- Thurston defends stars who refuse to sing
- Says they have a choice to sing or not
- Compares the choice with the recent referendum
Former NRL star Jonathan Thurston has defended players who choose not to sing the national anthem after several rugby league stars remained silent ahead of their match on Saturday.
Footy legend Max Krilich called for players to be dropped from the Kangaroos if they do not want to sing Advance Australia Fair before matches, with a number of fans echoing the sentiments on Twitter.
However, Australian coach Mal Meninga defended Payne Haas, Selwyn Cobba, Kotoni Stagg and Hamiso Tabuai-Fidow, insisting the players have the freedom to choose to sing or not – and Thurston has backed him.
The Australian Rugby League Commission made a decision to ditch the anthem before the Indigenous All Stars match on the Gold Coast in 2020, after consultation with Indigenous players, and Thurston believes the anthem shouldn’t be an issue now either.
“I know the Indigenous All Stars didn’t sing the national anthem and didn’t want the national anthem played in those games at the start of the year, and that was a decision they made as a collective group,” he said.
Jonathan Thurston has defended football players who choose not to sing the national anthem
Several rugby league stars have remained quiet ahead of their match against Samoa on Saturday
‘I don’t know exactly which players did not sing the national anthem this time, but that is their belief and their personal decision.
‘Just as the nation voted on the referendum, they can do their thing too.
“Even though you may not like it, that’s their decision.”
Images of the players not singing angered former ARL chairman Ken Arthurson, who said the players needed to show more “respect”, while media figure Peter Peters said: “I’m tired of seeing players zipping their mouths shut while anthem.’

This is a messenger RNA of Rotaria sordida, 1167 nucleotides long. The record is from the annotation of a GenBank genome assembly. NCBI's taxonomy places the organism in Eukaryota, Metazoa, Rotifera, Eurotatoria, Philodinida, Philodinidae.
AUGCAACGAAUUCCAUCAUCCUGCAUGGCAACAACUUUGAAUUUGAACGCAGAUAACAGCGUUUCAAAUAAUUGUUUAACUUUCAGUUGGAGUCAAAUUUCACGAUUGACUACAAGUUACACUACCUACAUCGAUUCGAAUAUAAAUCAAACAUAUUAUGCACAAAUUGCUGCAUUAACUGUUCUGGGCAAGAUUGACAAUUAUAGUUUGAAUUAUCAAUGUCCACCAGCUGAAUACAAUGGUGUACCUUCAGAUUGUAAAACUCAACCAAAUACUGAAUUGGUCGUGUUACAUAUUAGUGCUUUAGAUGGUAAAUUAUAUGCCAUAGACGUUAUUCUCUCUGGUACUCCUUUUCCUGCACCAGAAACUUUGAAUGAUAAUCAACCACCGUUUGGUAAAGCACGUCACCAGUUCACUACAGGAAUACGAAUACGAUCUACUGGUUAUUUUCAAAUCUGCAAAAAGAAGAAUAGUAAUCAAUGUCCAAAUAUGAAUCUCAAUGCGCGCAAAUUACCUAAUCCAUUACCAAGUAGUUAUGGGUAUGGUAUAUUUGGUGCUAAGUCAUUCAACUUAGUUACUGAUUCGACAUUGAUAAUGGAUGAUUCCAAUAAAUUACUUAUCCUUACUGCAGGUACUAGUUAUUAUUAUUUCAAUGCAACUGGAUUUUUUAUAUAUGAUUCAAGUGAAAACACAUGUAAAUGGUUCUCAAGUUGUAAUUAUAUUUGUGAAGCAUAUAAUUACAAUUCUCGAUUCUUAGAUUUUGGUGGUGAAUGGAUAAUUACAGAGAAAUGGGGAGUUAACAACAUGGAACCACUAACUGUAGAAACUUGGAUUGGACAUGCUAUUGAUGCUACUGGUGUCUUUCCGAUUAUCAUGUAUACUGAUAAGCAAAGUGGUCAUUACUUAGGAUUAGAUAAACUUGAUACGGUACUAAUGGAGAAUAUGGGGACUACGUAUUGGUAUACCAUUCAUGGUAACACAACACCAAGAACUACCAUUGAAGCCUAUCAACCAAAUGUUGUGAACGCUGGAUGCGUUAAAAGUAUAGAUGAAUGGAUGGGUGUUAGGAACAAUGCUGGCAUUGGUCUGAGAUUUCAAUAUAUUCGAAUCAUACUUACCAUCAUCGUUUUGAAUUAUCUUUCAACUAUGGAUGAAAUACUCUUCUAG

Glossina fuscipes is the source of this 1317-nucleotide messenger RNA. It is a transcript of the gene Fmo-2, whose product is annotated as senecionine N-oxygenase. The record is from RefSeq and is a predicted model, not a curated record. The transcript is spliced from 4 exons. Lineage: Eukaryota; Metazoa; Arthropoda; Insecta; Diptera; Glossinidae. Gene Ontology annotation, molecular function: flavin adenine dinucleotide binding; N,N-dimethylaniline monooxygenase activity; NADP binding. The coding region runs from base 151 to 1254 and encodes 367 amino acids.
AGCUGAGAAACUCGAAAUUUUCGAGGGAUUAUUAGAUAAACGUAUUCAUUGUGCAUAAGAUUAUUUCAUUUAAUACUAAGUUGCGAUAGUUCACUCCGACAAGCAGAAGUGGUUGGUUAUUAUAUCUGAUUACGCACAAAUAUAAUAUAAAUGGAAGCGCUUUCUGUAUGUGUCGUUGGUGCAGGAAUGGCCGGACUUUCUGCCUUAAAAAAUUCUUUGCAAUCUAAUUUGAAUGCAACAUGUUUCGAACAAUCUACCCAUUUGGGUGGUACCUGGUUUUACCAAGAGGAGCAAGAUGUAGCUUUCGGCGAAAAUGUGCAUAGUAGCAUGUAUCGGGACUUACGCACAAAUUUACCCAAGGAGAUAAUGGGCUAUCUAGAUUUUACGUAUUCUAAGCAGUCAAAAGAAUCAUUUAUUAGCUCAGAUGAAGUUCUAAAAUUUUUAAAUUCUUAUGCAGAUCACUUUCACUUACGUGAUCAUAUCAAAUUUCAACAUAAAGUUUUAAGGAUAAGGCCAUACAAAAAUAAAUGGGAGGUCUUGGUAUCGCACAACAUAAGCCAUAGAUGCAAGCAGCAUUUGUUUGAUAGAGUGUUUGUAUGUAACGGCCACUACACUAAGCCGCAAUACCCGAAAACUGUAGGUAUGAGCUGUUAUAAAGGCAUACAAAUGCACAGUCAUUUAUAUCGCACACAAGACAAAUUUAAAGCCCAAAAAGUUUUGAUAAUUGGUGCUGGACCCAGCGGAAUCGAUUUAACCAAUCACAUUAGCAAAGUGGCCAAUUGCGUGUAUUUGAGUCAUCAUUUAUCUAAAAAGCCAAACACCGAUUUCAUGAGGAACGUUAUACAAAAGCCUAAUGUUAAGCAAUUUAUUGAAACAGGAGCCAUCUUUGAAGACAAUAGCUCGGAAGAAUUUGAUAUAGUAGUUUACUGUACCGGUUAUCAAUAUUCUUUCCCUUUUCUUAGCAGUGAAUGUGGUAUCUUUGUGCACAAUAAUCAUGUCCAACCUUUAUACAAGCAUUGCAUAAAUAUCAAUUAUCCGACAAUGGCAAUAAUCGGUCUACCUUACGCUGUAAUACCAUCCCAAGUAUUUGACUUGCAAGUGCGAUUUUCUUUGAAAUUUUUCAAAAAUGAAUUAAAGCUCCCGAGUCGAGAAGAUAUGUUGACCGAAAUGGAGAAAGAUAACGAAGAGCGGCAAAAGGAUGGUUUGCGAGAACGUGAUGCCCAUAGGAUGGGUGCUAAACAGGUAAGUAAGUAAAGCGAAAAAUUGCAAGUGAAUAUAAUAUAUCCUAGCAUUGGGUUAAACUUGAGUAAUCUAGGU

The Kangaroos’ silence pales in comparison to players from other countries, with Samoan rookie Connelly Lemuelu seen in tears during their national anthem. Cowboys forward Luciano Leilua also visibly struggled to keep his emotions in check.
Reacting to Saturday’s incident, some Australians expressed disappointment that the players did not sing and agreed with Krilich’s position.
One commenter said: ‘Max is 100% right. If you don’t want to sing the Australian national anthem, you don’t play for Australia.’
“Definitely one of the most shameful acts,” someone else wrote. “If you take money to play for Australia you have to respect that and be a team player. Otherwise you leave the game. There are probably better players who want your spot, so get out!’
Thurston says players have every right not to sing Advance Australia Fair if they want to
Some Samoan players were in tears as they sang their national anthem on Saturday
One fan suggested a radical solution: “Make them sign a document declaring their alliance with Australia and their willingness to sing our national anthem, otherwise they won’t be able to play.”
“Anyone who does not support Australia and our flag in any sport should not play on our Australian team,” read a fourth comment. “They should play on another team.”